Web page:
Oh yeah, a place I’ve been working out of a lot lately is in west Texas, called Sonic Ranch. We did the Sublime with Rome album earlier this year. And after that I did the Passafire album. And I’m getting ready to go back out there next week with the Madden brothers, for a band called Good Charlotte… And I love working there. He’s got 3 great boards in his different rooms, and it’s a great place to work. I’m excited to get the owner of Sonic Ranch excited on Burl. I’d love to see him put some Motherships in there.
Yes! The Motherships are really made for those big rooms… of course also users such as yourself use it and love it. But it’s great to see it go to work in big rooms with real analog consoles. In those rooms, there’s just a feeling. We are really into that feeling that you can’t describe. Hardware gives you a certain feeling.
Yeah, I have 16 channel summing device, so I basically do the same thing to all my mixes, so I know what’s going to happen. I have a lot of tubes in my setup.
We have our go to pieces of equipment for sure… On another note, do you mix most of the things you produce?
Well, I do it all different ways. Like the Sublime with Rome I pretty much recorded it and then sent it off to Mario Caldato Jr. to mix. And then the Passafire record we recorded and mixed in 20 days over there at Sonic Ranch, on some ridiculous sized 80 channel Neve one of those A/B class boards, one of the last hand wired boards that they made. But after I recorded I turned half the console off and reduced it down to as few channels as I could put in there and did my usual thing.
It sounds like you don’t bring your own mic pre’s if you have a board like that…
No, just get me somewhere with a Neve…
Well, you can do a lot worse than that!
Yeah, if you’re gonna track drums or something, it’s always good to start with an old Neve…
Well, I think the Mothership is the coolest thing since sliced bread. Period. It’s the one thing in my life, I mean, I love all my analog gear, I love everything I own, but considering how long I’ve felt’s like I’ve struggled with Pro Tools since it came out, it’s just the most revolutionary thing, period. I think it’s going to go great…
At Burl, we don’t have a fancy marketing ploy, we just let the sound speak for it’s self.
Well, I think that’s going to take it far. I mean once you hear it, and once you hear about it; you know, I bought the thing sound unheard just knowing how much I loved the 2192. And it’s been better for me than I was hoping it would be….
When Rich started Burl, he had previously made the 2192 for UA. And when he started at UA, he took that very seriously. He said to himself “I need to make the next 1176”. He worked his ass off… went way above and beyond to make sure that the quality was top notch. And when he started Burl Audio, he had to spend a few years really eating shit to get this company off the ground, before it had the type of acceptance we have today. And I’ve told Rich all the time, “Man, I’m just FUCKED, because I can’t go back now…
There is NO going back. It actually really inspired me. After I started listening to it, I decided to get rid of all my ported monitors, and I got me a set of those Barefoots, and I’m just having more fun than I’ve ever had in my life. And every time I put a mix up it’s not a struggle anymore, it’s all fun part now.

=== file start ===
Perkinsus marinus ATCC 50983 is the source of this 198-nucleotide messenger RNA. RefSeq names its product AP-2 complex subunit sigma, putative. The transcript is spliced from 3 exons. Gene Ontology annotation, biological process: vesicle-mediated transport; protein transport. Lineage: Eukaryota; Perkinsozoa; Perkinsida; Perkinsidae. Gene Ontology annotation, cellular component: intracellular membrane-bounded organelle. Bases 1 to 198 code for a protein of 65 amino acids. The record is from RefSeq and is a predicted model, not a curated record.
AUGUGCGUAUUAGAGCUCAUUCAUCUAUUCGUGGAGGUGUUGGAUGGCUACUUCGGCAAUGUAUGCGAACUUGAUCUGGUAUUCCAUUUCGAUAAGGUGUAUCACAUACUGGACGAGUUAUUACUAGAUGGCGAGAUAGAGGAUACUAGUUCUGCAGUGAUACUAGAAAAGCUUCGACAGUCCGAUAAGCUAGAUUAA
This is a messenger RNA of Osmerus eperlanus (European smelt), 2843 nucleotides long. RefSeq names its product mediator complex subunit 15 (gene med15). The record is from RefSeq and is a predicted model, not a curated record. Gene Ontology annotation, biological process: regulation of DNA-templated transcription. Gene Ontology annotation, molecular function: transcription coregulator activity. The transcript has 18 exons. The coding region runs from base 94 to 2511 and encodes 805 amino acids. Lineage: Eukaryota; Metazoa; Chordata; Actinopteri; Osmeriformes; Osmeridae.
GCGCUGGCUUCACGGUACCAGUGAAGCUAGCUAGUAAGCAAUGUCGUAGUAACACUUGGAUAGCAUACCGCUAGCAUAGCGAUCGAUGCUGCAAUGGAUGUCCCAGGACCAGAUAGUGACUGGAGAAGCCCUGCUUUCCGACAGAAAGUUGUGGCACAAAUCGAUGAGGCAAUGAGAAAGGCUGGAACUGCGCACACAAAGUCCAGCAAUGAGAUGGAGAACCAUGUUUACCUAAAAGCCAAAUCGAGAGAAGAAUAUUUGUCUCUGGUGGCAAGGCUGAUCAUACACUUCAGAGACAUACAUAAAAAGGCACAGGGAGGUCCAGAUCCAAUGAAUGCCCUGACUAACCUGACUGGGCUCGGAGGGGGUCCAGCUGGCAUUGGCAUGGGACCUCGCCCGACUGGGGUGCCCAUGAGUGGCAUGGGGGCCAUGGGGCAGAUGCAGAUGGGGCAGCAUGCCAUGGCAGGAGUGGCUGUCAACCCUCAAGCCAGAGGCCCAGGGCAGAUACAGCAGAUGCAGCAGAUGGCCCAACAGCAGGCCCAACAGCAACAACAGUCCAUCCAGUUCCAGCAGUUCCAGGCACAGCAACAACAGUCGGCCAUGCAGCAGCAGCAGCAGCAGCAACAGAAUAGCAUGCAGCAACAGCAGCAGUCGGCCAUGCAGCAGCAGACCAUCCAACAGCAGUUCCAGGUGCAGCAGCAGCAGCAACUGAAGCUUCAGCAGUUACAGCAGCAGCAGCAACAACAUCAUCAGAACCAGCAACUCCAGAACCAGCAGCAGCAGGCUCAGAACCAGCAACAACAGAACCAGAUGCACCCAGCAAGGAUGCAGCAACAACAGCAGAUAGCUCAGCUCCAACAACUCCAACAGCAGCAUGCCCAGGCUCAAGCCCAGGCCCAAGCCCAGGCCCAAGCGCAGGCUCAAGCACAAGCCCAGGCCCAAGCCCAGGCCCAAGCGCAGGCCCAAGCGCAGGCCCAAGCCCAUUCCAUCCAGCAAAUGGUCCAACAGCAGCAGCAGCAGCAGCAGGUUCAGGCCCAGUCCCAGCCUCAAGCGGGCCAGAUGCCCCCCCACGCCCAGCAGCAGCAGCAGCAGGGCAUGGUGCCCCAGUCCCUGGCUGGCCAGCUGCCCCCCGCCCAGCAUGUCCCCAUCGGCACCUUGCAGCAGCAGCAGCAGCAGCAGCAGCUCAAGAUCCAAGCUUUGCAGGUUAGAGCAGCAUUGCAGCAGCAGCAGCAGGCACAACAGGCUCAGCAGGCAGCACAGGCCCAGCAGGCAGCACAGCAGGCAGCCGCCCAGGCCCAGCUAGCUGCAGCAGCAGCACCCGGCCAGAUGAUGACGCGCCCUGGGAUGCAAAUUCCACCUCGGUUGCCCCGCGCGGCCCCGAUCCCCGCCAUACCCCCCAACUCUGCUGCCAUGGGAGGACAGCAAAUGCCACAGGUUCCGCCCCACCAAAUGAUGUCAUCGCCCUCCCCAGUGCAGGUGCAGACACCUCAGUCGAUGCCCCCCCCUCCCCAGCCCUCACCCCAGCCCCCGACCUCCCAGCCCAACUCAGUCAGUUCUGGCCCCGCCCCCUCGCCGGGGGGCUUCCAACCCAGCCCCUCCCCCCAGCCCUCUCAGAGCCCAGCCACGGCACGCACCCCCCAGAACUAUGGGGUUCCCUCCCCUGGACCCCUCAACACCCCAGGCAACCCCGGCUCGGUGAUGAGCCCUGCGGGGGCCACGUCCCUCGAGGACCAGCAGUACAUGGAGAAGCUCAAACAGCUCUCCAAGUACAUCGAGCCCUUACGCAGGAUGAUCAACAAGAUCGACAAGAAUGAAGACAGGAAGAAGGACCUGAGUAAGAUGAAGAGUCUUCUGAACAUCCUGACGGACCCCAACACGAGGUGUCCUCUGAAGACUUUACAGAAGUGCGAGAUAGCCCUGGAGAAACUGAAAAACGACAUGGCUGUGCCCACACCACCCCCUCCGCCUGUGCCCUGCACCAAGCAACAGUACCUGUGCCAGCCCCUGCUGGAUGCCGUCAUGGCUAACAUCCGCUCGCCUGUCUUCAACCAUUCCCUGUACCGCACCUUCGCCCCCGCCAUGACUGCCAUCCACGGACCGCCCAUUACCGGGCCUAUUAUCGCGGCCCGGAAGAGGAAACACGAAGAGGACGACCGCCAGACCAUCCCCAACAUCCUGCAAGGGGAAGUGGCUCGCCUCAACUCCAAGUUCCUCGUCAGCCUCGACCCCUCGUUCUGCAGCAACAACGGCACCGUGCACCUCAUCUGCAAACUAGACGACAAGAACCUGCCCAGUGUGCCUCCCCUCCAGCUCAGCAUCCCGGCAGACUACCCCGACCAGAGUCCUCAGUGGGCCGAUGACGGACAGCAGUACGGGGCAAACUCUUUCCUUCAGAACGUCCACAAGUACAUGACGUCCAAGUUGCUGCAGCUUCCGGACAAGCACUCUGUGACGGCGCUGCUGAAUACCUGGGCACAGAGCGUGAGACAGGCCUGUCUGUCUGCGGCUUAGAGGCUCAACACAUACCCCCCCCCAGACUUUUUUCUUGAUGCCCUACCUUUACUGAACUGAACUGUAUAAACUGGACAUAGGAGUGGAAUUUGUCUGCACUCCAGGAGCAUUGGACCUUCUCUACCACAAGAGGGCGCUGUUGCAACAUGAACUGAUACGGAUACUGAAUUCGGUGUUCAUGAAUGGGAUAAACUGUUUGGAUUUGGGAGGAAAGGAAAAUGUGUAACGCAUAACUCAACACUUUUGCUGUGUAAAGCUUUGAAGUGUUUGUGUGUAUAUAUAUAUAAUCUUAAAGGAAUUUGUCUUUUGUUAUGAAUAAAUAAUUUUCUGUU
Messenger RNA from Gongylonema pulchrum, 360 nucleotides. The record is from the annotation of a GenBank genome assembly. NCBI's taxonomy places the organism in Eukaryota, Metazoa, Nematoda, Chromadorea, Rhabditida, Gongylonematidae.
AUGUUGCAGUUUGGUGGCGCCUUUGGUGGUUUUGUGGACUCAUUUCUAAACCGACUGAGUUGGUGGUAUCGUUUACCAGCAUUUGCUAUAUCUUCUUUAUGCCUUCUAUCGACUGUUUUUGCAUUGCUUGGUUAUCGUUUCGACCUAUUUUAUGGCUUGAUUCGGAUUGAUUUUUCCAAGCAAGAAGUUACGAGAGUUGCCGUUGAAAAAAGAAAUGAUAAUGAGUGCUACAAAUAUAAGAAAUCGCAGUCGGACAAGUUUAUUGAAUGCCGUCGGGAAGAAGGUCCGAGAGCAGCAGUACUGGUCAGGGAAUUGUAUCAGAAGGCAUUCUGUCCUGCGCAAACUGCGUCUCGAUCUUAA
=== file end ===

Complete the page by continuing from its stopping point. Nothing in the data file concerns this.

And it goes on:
Well that’s really great to hear!
I think it’s good for the business, because, man, I don’t know about you, but listening to music these days isn’t always fun.
Yeah, I’m with you 100%
It’s all about the quality of music and how it sounds that I find almost offensive. And I think that the Mothership is going to become the studio standard. And there will probably be imitators and all that before it’s over, but it’s hopefully going to restore some of the joy back into music. It’s beyond inventing an 1176, it’s way beyond that!
Well, I think when he said that, that’s the level he was talking about the quality and level of dedication Bill Putnam Sr. put into his products…
It’s just a home run. I think you’re on to something that’s really going to change things. You know, I want every studio I work in to have one of these things.
That is certainly our goal, and Rich will be stoked to hear your response to his product.
Well that’s flattering to hear. Just hope that I get me some multi-platinum records! That would vindicate everything I say! (Laughter)
Well, there’s a lot of stuff that you have in your back pocket that you haven’t thought of for a while, that for my generation, back in the 90s when we were in high school… That was a real rich time back in the 90s.
Yes, the 90s was a strange journey. It was particularly strange for me. You know, I started out in the early 80s, you know, the Butthole Surfers started in ’81. And I was just pissed off that I didn’t have a job, and I thought, I’m going to make the worst music in the world, then. Next thing you know, the way stuff unwinds, it doesn’t make sense and I don’t have any idea how it all came down, and I never even wanted to be a musician, you know, I just wanted to be a stock broker, I just wasn’t any good at it. (Laughter)
Well, I’m glad you are here doing what you are doing…
Thanks to Paul Leary for his time and his kind words. Paul Leary is Burly!